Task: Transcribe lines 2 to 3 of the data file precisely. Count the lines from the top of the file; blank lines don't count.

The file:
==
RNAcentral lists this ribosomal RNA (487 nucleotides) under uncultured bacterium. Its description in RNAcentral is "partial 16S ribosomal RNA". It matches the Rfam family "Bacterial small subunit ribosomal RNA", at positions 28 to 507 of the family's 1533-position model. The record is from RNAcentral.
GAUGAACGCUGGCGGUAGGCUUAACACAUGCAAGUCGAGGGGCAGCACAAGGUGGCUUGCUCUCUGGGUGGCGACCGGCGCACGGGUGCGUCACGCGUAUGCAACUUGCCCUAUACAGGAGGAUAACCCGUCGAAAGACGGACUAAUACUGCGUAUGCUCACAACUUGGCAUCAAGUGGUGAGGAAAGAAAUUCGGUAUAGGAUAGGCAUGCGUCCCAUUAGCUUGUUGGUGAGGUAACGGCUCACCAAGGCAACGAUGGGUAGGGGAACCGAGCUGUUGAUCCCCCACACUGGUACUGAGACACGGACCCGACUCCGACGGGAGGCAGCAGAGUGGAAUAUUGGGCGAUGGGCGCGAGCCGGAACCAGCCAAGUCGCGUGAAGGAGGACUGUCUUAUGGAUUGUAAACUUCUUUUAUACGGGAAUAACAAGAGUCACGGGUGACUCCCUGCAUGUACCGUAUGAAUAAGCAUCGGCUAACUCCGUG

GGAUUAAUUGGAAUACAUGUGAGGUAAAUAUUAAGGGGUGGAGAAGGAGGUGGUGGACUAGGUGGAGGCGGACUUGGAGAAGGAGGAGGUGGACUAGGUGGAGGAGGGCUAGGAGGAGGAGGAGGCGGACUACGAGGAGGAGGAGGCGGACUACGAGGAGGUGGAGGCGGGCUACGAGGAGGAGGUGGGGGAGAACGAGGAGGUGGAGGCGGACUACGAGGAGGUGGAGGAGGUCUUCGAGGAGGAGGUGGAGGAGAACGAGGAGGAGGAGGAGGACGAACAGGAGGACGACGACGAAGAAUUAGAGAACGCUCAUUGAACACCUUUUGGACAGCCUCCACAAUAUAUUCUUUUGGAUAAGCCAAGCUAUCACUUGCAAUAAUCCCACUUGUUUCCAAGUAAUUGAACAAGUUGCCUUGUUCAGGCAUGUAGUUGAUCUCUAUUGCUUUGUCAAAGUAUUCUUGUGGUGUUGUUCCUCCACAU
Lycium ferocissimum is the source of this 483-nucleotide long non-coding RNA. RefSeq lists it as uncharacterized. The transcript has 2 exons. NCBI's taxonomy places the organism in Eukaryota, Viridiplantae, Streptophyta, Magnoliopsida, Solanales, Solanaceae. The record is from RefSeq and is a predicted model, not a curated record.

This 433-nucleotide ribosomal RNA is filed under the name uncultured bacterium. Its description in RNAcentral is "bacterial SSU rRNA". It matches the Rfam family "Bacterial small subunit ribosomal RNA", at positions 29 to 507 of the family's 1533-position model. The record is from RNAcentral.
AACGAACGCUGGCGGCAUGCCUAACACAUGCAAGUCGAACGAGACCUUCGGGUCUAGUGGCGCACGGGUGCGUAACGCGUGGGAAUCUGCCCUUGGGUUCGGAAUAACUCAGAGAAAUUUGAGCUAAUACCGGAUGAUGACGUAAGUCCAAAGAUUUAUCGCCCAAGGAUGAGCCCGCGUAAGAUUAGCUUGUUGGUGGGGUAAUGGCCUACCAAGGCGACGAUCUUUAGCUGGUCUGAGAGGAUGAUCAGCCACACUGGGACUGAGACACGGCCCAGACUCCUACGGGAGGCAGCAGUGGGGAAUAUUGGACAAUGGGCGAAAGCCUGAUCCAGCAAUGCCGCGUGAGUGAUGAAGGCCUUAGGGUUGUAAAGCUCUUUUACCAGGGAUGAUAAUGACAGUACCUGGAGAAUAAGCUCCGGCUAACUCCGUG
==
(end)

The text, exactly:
GAUGAACGCUGGCGGUAGGCUUAACACAUGCAAGUCGAGGGGCAGCACAAGGUGGCUUGCUCUCUGGGUGGCGACCGGCGCACGGGUGCGUCACGCGUAUGCAACUUGCCCUAUACAGGAGGAUAACCCGUCGAAAGACGGACUAAUACUGCGUAUGCUCACAACUUGGCAUCAAGUGGUGAGGAAAGAAAUUCGGUAUAGGAUAGGCAUGCGUCCCAUUAGCUUGUUGGUGAGGUAACGGCUCACCAAGGCAACGAUGGGUAGGGGAACCGAGCUGUUGAUCCCCCACACUGGUACUGAGACACGGACCCGACUCCGACGGGAGGCAGCAGAGUGGAAUAUUGGGCGAUGGGCGCGAGCCGGAACCAGCCAAGUCGCGUGAAGGAGGACUGUCUUAUGGAUUGUAAACUUCUUUUAUACGGGAAUAACAAGAGUCACGGGUGACUCCCUGCAUGUACCGUAUGAAUAAGCAUCGGCUAACUCCGUG

GGAUUAAUUGGAAUACAUGUGAGGUAAAUAUUAAGGGGUGGAGAAGGAGGUGGUGGACUAGGUGGAGGCGGACUUGGAGAAGGAGGAGGUGGACUAGGUGGAGGAGGGCUAGGAGGAGGAGGAGGCGGACUACGAGGAGGAGGAGGCGGACUACGAGGAGGUGGAGGCGGGCUACGAGGAGGAGGUGGGGGAGAACGAGGAGGUGGAGGCGGACUACGAGGAGGUGGAGGAGGUCUUCGAGGAGGAGGUGGAGGAGAACGAGGAGGAGGAGGAGGACGAACAGGAGGACGACGACGAAGAAUUAGAGAACGCUCAUUGAACACCUUUUGGACAGCCUCCACAAUAUAUUCUUUUGGAUAAGCCAAGCUAUCACUUGCAAUAAUCCCACUUGUUUCCAAGUAAUUGAACAAGUUGCCUUGUUCAGGCAUGUAGUUGAUCUCUAUUGCUUUGUCAAAGUAUUCUUGUGGUGUUGUUCCUCCACAU